Michael W. Wynne, Secretary of the Air Force, said last fall that he sees great potential for nonlethal DE weapons, but worries that the US will suffer in world opinion if the technologies are not first employed in domestic US law enforcement before being used in foreign combat.
Krieg also tasked the group to determine “vulnerabilities and capability gaps” should DE weapons be used “by state and non-state actors” against US personnel, systems, installations, or weapon platforms.
Beyond presenting a comprehensive review of the DE situation, Krieg wants the panel to make a series of recommendations. Specifically, he wants the group to suggest research into areas of DE weaponization that are now being neglected. The panel is to say what impact DE might have on future military operations, as compared with today’s “kinetic and electronic systems,” and the potential strategic advantages of DE weapons “with regards to the delivery of precision effects, decreased collateral damage, limiting unintended effects, and decreasing post-combat reconstitution costs and efforts.”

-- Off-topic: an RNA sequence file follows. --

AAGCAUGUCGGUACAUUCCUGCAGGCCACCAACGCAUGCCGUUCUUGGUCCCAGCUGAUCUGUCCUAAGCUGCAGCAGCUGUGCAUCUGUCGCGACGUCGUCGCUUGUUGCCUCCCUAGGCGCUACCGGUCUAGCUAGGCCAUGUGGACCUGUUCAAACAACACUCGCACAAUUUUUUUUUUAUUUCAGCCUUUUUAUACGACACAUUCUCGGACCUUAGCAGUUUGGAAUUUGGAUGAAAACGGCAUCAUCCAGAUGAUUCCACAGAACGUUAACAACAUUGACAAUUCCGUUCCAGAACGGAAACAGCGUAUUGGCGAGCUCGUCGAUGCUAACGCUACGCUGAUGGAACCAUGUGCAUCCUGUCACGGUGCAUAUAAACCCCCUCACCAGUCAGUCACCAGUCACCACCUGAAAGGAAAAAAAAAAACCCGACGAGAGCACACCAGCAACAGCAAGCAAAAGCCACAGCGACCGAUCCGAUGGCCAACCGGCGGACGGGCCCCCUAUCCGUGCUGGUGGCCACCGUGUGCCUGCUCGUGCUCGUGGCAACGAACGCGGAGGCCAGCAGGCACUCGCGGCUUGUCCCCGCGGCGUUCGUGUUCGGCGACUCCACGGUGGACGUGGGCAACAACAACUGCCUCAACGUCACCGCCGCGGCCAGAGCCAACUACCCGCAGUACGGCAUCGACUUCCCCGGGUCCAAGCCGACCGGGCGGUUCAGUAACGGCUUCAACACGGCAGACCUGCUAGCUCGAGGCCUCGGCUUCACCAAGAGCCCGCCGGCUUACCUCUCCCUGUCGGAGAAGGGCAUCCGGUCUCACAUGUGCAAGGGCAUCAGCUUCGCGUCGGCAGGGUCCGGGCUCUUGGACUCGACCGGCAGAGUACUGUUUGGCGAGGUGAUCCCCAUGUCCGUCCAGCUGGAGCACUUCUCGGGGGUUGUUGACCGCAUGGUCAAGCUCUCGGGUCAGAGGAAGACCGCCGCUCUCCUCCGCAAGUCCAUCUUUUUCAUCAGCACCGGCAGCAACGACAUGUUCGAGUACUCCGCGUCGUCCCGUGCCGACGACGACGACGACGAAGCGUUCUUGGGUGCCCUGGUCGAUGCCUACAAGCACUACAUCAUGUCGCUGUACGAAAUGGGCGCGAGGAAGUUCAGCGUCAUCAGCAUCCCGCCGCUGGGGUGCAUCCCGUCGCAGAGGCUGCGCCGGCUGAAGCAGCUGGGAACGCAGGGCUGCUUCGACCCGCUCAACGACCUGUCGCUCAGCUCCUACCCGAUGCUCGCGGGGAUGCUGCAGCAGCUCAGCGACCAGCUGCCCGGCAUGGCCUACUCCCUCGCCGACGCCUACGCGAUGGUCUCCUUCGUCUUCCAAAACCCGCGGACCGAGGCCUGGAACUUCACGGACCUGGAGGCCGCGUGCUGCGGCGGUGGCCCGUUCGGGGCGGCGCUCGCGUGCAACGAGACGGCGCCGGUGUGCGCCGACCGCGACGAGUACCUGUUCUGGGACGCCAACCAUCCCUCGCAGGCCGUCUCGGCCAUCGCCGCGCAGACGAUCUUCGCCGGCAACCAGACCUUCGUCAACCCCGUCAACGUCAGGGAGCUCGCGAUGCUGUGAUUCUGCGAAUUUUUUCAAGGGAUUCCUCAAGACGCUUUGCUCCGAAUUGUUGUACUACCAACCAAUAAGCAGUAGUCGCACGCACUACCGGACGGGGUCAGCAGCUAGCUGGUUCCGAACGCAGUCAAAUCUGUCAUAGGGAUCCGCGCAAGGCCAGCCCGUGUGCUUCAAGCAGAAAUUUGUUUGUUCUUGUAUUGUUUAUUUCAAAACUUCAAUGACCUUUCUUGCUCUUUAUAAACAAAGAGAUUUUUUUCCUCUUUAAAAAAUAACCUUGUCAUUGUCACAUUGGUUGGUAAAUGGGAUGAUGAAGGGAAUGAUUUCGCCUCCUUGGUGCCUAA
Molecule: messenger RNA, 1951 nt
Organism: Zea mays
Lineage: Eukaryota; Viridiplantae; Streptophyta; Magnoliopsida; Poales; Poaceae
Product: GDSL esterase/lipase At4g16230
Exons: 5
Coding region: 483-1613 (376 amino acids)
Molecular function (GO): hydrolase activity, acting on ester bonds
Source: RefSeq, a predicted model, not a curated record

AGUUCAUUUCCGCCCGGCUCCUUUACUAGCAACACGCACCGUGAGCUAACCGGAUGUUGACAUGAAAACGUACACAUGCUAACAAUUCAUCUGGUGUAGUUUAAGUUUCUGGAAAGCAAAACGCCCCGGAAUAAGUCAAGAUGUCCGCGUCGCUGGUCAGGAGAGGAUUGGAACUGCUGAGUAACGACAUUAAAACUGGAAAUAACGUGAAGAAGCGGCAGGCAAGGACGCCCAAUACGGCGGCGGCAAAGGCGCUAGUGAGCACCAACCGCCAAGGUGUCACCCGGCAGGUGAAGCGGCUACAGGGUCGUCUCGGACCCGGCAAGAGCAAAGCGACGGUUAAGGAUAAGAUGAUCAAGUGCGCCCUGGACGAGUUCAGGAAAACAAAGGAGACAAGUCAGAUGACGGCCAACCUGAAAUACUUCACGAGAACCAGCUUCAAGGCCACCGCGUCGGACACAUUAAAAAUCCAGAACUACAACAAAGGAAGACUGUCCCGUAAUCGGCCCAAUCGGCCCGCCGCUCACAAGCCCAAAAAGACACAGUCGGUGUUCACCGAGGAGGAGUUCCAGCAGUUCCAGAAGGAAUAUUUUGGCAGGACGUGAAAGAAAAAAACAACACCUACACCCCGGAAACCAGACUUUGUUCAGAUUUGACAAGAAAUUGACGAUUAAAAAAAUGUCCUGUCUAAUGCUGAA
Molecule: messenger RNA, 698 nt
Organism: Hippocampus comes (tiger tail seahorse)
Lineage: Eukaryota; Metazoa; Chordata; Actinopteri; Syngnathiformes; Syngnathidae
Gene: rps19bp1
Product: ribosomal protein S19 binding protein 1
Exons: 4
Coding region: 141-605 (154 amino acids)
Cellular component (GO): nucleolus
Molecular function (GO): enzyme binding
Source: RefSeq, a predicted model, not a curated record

The panel is also to say whether the US defense industry is up to the task of developing a new generation of DE weapons; suggest roadmaps for their inclusion into forces; say how systems and forces could be hardened or protected against DE effects; suggest legal, treaty, or policy action that would remove constraints on US DE weapons; and suggest “the optimum way forward to fuse DE efforts within the department and outside organizations.”
But in wrapping up his wish list for the task force, Krieg mentioned the dollar angle, asking it to set DE priorities for the Pentagon “to preclude unnecessary expenditure of human and fiscal resources.”